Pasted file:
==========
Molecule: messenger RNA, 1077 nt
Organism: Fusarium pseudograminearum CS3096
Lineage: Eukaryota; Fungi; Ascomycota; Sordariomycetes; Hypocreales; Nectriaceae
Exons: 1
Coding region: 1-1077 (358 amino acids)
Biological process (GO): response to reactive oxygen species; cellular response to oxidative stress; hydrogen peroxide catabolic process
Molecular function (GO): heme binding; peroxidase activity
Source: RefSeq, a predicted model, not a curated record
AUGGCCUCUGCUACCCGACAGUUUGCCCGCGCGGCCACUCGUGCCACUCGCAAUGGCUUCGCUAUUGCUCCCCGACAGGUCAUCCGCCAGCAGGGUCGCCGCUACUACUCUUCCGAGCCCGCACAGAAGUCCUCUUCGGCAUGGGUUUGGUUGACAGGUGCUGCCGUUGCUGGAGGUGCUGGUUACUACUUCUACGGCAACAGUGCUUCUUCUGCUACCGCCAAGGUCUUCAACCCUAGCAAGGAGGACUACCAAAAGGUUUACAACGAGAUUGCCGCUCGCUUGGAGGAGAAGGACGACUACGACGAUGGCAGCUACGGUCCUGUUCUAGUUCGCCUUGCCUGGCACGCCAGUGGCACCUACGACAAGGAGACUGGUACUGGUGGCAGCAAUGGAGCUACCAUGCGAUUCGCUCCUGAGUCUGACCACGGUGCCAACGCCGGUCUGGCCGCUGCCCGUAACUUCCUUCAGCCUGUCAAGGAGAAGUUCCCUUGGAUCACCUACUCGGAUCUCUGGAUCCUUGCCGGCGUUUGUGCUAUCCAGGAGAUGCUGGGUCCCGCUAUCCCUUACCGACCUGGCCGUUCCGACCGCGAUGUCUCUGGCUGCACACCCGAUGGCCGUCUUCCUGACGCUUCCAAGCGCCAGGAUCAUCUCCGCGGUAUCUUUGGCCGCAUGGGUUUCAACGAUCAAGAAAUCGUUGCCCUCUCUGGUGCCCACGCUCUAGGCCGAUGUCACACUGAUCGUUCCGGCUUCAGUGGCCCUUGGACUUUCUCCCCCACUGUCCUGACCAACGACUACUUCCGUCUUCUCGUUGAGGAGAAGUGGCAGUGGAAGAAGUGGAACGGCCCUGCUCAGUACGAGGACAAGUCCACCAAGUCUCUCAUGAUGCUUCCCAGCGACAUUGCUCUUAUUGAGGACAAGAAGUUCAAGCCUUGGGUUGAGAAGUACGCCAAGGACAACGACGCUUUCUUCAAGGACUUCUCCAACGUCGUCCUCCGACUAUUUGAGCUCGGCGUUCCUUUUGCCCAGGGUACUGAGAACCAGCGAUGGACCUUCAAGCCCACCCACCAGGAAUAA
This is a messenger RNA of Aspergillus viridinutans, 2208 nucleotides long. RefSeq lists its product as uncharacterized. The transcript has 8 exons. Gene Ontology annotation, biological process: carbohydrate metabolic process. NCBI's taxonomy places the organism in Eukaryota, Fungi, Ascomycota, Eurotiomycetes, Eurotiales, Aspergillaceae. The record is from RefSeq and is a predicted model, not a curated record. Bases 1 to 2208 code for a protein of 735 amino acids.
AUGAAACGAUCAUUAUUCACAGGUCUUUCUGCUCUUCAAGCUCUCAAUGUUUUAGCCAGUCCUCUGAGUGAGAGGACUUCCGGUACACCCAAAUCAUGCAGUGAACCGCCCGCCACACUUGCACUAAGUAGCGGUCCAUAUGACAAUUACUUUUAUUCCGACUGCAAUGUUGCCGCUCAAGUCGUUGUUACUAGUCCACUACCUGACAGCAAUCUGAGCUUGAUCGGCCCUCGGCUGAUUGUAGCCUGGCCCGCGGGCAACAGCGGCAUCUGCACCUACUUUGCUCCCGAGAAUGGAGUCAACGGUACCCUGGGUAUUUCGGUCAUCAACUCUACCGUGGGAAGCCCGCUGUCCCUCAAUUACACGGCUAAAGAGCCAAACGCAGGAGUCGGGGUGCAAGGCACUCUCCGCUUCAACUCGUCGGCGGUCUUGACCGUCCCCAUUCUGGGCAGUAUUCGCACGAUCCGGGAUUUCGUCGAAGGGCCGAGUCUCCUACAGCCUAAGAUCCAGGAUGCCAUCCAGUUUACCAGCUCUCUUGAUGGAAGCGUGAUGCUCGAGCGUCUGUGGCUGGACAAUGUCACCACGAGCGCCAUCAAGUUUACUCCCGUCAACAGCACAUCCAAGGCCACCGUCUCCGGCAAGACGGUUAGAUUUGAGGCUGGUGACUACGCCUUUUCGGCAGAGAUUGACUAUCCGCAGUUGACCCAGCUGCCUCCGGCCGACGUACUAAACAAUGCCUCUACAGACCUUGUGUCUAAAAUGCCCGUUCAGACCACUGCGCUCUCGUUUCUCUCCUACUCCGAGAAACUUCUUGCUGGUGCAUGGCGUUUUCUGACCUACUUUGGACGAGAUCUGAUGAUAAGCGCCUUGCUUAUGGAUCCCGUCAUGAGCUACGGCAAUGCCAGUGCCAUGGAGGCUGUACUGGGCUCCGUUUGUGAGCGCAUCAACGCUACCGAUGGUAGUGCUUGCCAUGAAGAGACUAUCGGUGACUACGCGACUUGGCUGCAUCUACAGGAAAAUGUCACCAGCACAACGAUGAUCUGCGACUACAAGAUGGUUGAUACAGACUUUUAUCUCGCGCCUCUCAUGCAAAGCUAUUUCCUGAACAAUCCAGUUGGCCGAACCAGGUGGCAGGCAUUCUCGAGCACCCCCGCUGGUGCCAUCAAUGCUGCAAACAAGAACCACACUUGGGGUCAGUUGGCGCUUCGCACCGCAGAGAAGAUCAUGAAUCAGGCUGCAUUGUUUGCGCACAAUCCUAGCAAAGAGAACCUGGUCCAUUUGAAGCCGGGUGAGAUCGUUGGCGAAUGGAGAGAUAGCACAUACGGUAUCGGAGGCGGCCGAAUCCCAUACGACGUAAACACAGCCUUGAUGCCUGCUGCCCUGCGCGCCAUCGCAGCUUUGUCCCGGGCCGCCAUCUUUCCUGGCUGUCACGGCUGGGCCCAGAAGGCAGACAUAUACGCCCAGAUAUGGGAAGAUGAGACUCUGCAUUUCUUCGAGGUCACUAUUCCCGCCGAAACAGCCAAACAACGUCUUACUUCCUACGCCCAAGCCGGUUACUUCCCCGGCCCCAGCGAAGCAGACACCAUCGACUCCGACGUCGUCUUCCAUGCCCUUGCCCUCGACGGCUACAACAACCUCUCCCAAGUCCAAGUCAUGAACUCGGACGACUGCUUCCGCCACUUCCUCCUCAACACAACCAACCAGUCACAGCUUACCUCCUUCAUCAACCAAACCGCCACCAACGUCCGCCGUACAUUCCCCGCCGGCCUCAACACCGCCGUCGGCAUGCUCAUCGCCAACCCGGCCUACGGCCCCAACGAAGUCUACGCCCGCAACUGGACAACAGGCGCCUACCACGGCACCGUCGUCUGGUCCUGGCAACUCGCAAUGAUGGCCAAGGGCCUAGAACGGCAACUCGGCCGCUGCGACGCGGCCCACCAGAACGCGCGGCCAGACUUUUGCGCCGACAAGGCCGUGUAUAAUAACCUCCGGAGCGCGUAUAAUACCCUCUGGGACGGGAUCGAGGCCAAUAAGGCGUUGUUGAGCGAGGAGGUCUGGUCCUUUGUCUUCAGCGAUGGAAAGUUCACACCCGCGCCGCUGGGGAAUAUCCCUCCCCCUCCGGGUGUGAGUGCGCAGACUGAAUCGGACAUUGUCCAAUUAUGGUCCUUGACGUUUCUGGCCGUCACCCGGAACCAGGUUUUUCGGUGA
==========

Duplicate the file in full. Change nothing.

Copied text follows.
Molecule: messenger RNA, 1077 nt
Organism: Fusarium pseudograminearum CS3096
Lineage: Eukaryota; Fungi; Ascomycota; Sordariomycetes; Hypocreales; Nectriaceae
Exons: 1
Coding region: 1-1077 (358 amino acids)
Biological process (GO): response to reactive oxygen species; cellular response to oxidative stress; hydrogen peroxide catabolic process
Molecular function (GO): heme binding; peroxidase activity
Source: RefSeq, a predicted model, not a curated record
AUGGCCUCUGCUACCCGACAGUUUGCCCGCGCGGCCACUCGUGCCACUCGCAAUGGCUUCGCUAUUGCUCCCCGACAGGUCAUCCGCCAGCAGGGUCGCCGCUACUACUCUUCCGAGCCCGCACAGAAGUCCUCUUCGGCAUGGGUUUGGUUGACAGGUGCUGCCGUUGCUGGAGGUGCUGGUUACUACUUCUACGGCAACAGUGCUUCUUCUGCUACCGCCAAGGUCUUCAACCCUAGCAAGGAGGACUACCAAAAGGUUUACAACGAGAUUGCCGCUCGCUUGGAGGAGAAGGACGACUACGACGAUGGCAGCUACGGUCCUGUUCUAGUUCGCCUUGCCUGGCACGCCAGUGGCACCUACGACAAGGAGACUGGUACUGGUGGCAGCAAUGGAGCUACCAUGCGAUUCGCUCCUGAGUCUGACCACGGUGCCAACGCCGGUCUGGCCGCUGCCCGUAACUUCCUUCAGCCUGUCAAGGAGAAGUUCCCUUGGAUCACCUACUCGGAUCUCUGGAUCCUUGCCGGCGUUUGUGCUAUCCAGGAGAUGCUGGGUCCCGCUAUCCCUUACCGACCUGGCCGUUCCGACCGCGAUGUCUCUGGCUGCACACCCGAUGGCCGUCUUCCUGACGCUUCCAAGCGCCAGGAUCAUCUCCGCGGUAUCUUUGGCCGCAUGGGUUUCAACGAUCAAGAAAUCGUUGCCCUCUCUGGUGCCCACGCUCUAGGCCGAUGUCACACUGAUCGUUCCGGCUUCAGUGGCCCUUGGACUUUCUCCCCCACUGUCCUGACCAACGACUACUUCCGUCUUCUCGUUGAGGAGAAGUGGCAGUGGAAGAAGUGGAACGGCCCUGCUCAGUACGAGGACAAGUCCACCAAGUCUCUCAUGAUGCUUCCCAGCGACAUUGCUCUUAUUGAGGACAAGAAGUUCAAGCCUUGGGUUGAGAAGUACGCCAAGGACAACGACGCUUUCUUCAAGGACUUCUCCAACGUCGUCCUCCGACUAUUUGAGCUCGGCGUUCCUUUUGCCCAGGGUACUGAGAACCAGCGAUGGACCUUCAAGCCCACCCACCAGGAAUAA
This is a messenger RNA of Aspergillus viridinutans, 2208 nucleotides long. RefSeq lists its product as uncharacterized. The transcript has 8 exons. Gene Ontology annotation, biological process: carbohydrate metabolic process. NCBI's taxonomy places the organism in Eukaryota, Fungi, Ascomycota, Eurotiomycetes, Eurotiales, Aspergillaceae. The record is from RefSeq and is a predicted model, not a curated record. Bases 1 to 2208 code for a protein of 735 amino acids.
AUGAAACGAUCAUUAUUCACAGGUCUUUCUGCUCUUCAAGCUCUCAAUGUUUUAGCCAGUCCUCUGAGUGAGAGGACUUCCGGUACACCCAAAUCAUGCAGUGAACCGCCCGCCACACUUGCACUAAGUAGCGGUCCAUAUGACAAUUACUUUUAUUCCGACUGCAAUGUUGCCGCUCAAGUCGUUGUUACUAGUCCACUACCUGACAGCAAUCUGAGCUUGAUCGGCCCUCGGCUGAUUGUAGCCUGGCCCGCGGGCAACAGCGGCAUCUGCACCUACUUUGCUCCCGAGAAUGGAGUCAACGGUACCCUGGGUAUUUCGGUCAUCAACUCUACCGUGGGAAGCCCGCUGUCCCUCAAUUACACGGCUAAAGAGCCAAACGCAGGAGUCGGGGUGCAAGGCACUCUCCGCUUCAACUCGUCGGCGGUCUUGACCGUCCCCAUUCUGGGCAGUAUUCGCACGAUCCGGGAUUUCGUCGAAGGGCCGAGUCUCCUACAGCCUAAGAUCCAGGAUGCCAUCCAGUUUACCAGCUCUCUUGAUGGAAGCGUGAUGCUCGAGCGUCUGUGGCUGGACAAUGUCACCACGAGCGCCAUCAAGUUUACUCCCGUCAACAGCACAUCCAAGGCCACCGUCUCCGGCAAGACGGUUAGAUUUGAGGCUGGUGACUACGCCUUUUCGGCAGAGAUUGACUAUCCGCAGUUGACCCAGCUGCCUCCGGCCGACGUACUAAACAAUGCCUCUACAGACCUUGUGUCUAAAAUGCCCGUUCAGACCACUGCGCUCUCGUUUCUCUCCUACUCCGAGAAACUUCUUGCUGGUGCAUGGCGUUUUCUGACCUACUUUGGACGAGAUCUGAUGAUAAGCGCCUUGCUUAUGGAUCCCGUCAUGAGCUACGGCAAUGCCAGUGCCAUGGAGGCUGUACUGGGCUCCGUUUGUGAGCGCAUCAACGCUACCGAUGGUAGUGCUUGCCAUGAAGAGACUAUCGGUGACUACGCGACUUGGCUGCAUCUACAGGAAAAUGUCACCAGCACAACGAUGAUCUGCGACUACAAGAUGGUUGAUACAGACUUUUAUCUCGCGCCUCUCAUGCAAAGCUAUUUCCUGAACAAUCCAGUUGGCCGAACCAGGUGGCAGGCAUUCUCGAGCACCCCCGCUGGUGCCAUCAAUGCUGCAAACAAGAACCACACUUGGGGUCAGUUGGCGCUUCGCACCGCAGAGAAGAUCAUGAAUCAGGCUGCAUUGUUUGCGCACAAUCCUAGCAAAGAGAACCUGGUCCAUUUGAAGCCGGGUGAGAUCGUUGGCGAAUGGAGAGAUAGCACAUACGGUAUCGGAGGCGGCCGAAUCCCAUACGACGUAAACACAGCCUUGAUGCCUGCUGCCCUGCGCGCCAUCGCAGCUUUGUCCCGGGCCGCCAUCUUUCCUGGCUGUCACGGCUGGGCCCAGAAGGCAGACAUAUACGCCCAGAUAUGGGAAGAUGAGACUCUGCAUUUCUUCGAGGUCACUAUUCCCGCCGAAACAGCCAAACAACGUCUUACUUCCUACGCCCAAGCCGGUUACUUCCCCGGCCCCAGCGAAGCAGACACCAUCGACUCCGACGUCGUCUUCCAUGCCCUUGCCCUCGACGGCUACAACAACCUCUCCCAAGUCCAAGUCAUGAACUCGGACGACUGCUUCCGCCACUUCCUCCUCAACACAACCAACCAGUCACAGCUUACCUCCUUCAUCAACCAAACCGCCACCAACGUCCGCCGUACAUUCCCCGCCGGCCUCAACACCGCCGUCGGCAUGCUCAUCGCCAACCCGGCCUACGGCCCCAACGAAGUCUACGCCCGCAACUGGACAACAGGCGCCUACCACGGCACCGUCGUCUGGUCCUGGCAACUCGCAAUGAUGGCCAAGGGCCUAGAACGGCAACUCGGCCGCUGCGACGCGGCCCACCAGAACGCGCGGCCAGACUUUUGCGCCGACAAGGCCGUGUAUAAUAACCUCCGGAGCGCGUAUAAUACCCUCUGGGACGGGAUCGAGGCCAAUAAGGCGUUGUUGAGCGAGGAGGUCUGGUCCUUUGUCUUCAGCGAUGGAAAGUUCACACCCGCGCCGCUGGGGAAUAUCCCUCCCCCUCCGGGUGUGAGUGCGCAGACUGAAUCGGACAUUGUCCAAUUAUGGUCCUUGACGUUUCUGGCCGUCACCCGGAACCAGGUUUUUCGGUGA